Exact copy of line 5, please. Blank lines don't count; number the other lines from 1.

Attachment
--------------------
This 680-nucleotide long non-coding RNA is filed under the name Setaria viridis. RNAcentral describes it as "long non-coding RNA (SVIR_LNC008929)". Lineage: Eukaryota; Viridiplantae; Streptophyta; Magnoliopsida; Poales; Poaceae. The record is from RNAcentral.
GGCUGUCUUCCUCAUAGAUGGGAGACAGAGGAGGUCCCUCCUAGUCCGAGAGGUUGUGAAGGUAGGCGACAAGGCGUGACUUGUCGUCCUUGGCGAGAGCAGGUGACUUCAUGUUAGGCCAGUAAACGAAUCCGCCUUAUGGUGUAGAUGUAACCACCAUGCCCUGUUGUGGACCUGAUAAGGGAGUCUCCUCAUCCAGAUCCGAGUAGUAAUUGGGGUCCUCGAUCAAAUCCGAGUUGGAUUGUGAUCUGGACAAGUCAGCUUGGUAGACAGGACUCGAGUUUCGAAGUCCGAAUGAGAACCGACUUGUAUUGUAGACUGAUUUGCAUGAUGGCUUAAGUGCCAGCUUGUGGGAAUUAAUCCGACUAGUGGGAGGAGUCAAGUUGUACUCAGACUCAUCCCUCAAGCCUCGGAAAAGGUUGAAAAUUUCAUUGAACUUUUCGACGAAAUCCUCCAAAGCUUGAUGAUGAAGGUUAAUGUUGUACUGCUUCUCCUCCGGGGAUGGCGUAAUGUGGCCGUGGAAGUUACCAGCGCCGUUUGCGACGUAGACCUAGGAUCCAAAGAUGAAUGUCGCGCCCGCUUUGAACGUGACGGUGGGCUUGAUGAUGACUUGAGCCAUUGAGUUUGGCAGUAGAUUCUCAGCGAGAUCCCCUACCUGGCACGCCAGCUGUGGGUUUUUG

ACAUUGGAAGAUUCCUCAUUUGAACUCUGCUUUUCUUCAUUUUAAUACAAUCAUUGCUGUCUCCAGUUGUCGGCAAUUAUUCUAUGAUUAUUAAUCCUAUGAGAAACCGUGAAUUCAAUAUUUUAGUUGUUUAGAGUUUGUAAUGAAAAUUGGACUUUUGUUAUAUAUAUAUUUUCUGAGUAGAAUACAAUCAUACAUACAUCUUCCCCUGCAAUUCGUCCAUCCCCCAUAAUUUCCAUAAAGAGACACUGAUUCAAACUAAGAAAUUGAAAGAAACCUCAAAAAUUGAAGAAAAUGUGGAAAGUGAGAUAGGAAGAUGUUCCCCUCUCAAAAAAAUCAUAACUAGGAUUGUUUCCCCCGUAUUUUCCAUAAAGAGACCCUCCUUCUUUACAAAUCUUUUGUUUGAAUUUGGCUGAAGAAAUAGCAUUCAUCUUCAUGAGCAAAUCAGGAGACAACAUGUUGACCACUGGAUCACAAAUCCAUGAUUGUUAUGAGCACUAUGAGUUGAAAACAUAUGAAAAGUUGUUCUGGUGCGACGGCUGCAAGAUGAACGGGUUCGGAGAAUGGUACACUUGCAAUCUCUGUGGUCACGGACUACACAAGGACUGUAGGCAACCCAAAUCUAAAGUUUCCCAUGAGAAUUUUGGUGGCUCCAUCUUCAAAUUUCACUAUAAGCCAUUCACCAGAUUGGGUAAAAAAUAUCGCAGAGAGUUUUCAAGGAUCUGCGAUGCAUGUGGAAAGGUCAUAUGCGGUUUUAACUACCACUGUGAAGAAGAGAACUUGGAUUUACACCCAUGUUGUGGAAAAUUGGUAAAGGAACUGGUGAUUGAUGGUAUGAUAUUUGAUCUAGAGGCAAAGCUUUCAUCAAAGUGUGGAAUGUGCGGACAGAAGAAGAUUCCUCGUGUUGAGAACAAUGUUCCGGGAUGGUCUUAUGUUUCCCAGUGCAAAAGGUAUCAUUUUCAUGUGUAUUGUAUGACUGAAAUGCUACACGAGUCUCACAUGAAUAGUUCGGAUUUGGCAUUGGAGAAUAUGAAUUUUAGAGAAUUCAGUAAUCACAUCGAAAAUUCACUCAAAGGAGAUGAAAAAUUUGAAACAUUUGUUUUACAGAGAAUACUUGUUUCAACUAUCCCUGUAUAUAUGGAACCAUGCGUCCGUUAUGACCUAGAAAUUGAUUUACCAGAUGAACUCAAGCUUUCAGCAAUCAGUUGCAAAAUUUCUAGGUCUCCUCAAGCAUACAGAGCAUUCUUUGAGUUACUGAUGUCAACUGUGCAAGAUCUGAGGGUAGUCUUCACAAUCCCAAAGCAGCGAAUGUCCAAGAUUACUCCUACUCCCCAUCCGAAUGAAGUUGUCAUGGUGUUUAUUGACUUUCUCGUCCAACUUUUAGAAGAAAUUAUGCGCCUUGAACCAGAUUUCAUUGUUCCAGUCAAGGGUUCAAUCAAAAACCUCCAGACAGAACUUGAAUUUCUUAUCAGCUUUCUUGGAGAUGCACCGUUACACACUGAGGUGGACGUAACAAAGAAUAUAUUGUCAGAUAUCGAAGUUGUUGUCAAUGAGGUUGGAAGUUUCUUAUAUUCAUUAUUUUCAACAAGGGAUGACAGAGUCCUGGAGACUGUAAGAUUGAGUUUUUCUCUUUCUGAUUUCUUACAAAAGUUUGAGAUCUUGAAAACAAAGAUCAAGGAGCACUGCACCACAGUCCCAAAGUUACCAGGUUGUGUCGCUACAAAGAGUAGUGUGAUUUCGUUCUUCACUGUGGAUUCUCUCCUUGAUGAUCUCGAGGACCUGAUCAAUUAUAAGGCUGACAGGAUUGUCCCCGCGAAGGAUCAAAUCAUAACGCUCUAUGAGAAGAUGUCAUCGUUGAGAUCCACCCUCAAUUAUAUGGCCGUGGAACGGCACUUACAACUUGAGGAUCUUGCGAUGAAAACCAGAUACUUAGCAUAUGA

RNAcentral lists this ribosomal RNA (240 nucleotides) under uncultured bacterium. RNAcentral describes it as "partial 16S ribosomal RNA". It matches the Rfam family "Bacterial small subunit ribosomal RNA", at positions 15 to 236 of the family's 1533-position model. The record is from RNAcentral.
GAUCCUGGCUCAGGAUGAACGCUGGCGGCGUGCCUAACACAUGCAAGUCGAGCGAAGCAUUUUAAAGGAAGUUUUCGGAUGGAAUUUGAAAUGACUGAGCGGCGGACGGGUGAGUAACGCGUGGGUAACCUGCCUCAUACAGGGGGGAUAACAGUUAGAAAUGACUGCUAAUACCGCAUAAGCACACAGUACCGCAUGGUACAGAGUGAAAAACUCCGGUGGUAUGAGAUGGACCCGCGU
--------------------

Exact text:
GAUCCUGGCUCAGGAUGAACGCUGGCGGCGUGCCUAACACAUGCAAGUCGAGCGAAGCAUUUUAAAGGAAGUUUUCGGAUGGAAUUUGAAAUGACUGAGCGGCGGACGGGUGAGUAACGCGUGGGUAACCUGCCUCAUACAGGGGGGAUAACAGUUAGAAAUGACUGCUAAUACCGCAUAAGCACACAGUACCGCAUGGUACAGAGUGAAAAACUCCGGUGGUAUGAGAUGGACCCGCGU